What It's Like Inside Wayfair

The home goods retailer's HQ proves that cozy spaces can create strong collaboration.
What It's Like Inside Wayfair
Image credit: Adam Friedberg
Magazine Contributor
Associate Editor
4 min read

This story appears in the January 2020 issue of Entrepreneur. Subscribe »

Working at Wayfair’s Boston headquarters is a lot like shopping on Wayfair online. Each of its four floors, which were designed by IA Interior Architects, channels a different style featured on the $8.6 billion home-furnishing e-com giant’s site -- from farmhouse to terrace and villa to lodge and beyond. Employees on the “brownstone” floor work alongside scroll furniture and classic wallpapers, while the “apartment” floor features cozy, comfortable couches and a pastel-colored kitchen. But no matter the aesthetic, each floor is designed to foster collaboration. Instead of staff wasting time attending (and dreading) meetings in isolating conference rooms, for example, the new office’s open layout lends itself to impromptu conversations and efficient problem-solving sessions.

Related: What It's Like Inside Spanx Headquarters

Brendan Pommills / Director, global supply chain operations

“Before we moved to this office concept, the thought of having a meeting slowed everything down. People didn’t like them. But this new layout helps us to move much faster and more in sync. Instead of having hundreds of conference rooms, we’ve got collaboration spaces equipped with TVs, video cameras, and teleconferencing. It drives productivity through the roof.”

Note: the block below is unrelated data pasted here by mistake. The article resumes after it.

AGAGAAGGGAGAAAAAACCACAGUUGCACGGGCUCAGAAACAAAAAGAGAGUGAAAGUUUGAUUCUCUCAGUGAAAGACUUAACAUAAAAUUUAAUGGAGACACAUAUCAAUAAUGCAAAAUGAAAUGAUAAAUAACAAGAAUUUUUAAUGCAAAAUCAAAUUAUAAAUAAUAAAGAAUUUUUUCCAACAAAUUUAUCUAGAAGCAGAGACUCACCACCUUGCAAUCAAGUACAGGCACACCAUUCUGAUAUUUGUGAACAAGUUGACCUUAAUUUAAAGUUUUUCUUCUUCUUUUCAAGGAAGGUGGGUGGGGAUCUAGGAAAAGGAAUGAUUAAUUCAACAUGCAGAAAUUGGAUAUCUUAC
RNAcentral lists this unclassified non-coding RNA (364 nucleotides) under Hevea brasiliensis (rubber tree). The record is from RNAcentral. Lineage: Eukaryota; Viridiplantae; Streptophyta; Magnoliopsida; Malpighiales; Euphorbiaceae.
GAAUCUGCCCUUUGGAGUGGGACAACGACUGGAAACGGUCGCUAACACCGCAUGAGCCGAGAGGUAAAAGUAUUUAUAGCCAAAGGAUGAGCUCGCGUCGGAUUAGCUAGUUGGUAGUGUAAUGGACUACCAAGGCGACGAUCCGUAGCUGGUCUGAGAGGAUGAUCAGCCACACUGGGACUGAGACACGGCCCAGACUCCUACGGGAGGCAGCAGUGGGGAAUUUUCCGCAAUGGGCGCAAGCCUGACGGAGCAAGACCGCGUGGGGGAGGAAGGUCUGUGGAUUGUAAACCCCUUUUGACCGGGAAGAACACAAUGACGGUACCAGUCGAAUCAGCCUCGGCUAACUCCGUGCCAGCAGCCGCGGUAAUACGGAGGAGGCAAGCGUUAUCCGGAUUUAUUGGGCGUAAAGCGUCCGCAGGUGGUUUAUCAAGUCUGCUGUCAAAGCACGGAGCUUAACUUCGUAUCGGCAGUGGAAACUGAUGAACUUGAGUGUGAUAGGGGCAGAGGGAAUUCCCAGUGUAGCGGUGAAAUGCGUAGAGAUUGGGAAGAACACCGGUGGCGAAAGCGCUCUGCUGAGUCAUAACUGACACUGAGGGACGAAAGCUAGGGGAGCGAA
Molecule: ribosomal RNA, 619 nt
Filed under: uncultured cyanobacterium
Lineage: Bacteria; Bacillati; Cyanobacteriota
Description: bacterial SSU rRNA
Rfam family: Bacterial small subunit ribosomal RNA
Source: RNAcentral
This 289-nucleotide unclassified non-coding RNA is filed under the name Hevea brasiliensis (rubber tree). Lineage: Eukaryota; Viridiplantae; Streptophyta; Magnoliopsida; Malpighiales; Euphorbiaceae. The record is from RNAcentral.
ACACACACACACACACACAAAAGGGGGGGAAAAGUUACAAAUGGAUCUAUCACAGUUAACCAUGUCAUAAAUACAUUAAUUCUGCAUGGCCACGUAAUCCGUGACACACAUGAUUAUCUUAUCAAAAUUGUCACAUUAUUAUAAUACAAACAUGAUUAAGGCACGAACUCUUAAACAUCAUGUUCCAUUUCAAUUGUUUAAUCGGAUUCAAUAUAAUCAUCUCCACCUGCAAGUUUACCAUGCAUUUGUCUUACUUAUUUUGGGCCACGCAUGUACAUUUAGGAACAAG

Jiayi Li / Senior manager, ocean delivery operations

“I’ve been with Wayfair for a little over four years, and I think this is my sixth role here. The company encourages internal migration because it helps optimize what people are good at and make sure we’re happy in what we’re doing.”

Related: What It's Like Inside DraftKings

Cornelius Driscoll / Manager, employee tech

“For my team of about four or five people, Thirsty Thursday is when we grab beers and talk about the problems we’ve had during the week, tech or otherwise. It helps reinforce that feeling that everyone’s working on stuff as a team. We can have those loose moments and vent about an annoying issue or joke around. Once a month, we do a pod outing as a group to either get food in Chinatown or go to an escape room -- usually nerdy things.” 

Tess McNamara / Process and learning specialist  

“I’ve been at Wayfair for five years now, and it’s become like a second home to me. In my role, I’m able to travel and welcome employees to the team at some of our other offices, where people may feel more isolated because they’re not part of the 5,000-person HQ here in Boston. I want to make sure they recognize they’re a major part of our community.”

Silpa Gollapalli / Director, customer service innovation

“We do problem-solving sessions a few times a month with a fairly unstructured group of people from different teams. We put it all out there: What are the challenges? Why is this not working? It’s collaborative and transparent, and we always involve someone from R&D. They’re able to tell us whether they think something is a great idea, whether it will take too long to build, and other ways to approach it.” 

Molly Delaney / Corporate communications manager

“We have a costume contest for Halloween. Our social media team dressed up as social butterflies, with wings and different social platforms on their T-shirts. People go all out here.”

Related: What It's Like Inside Uber's Innovation Space

Sunish Oturkar / Senior product manager, delivery experience 

“Most of my day is spent thinking about how to make the delivery of our largest and bulkiest items the best possible experience for customers. In the past we’ve been able to give four-hour delivery windows, and we’re really trying to tighten that -- we’re testing a two-hour window now. We’re still gathering feedback, but raising the bar is exciting.”

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Image Credit: Adam Friedberg
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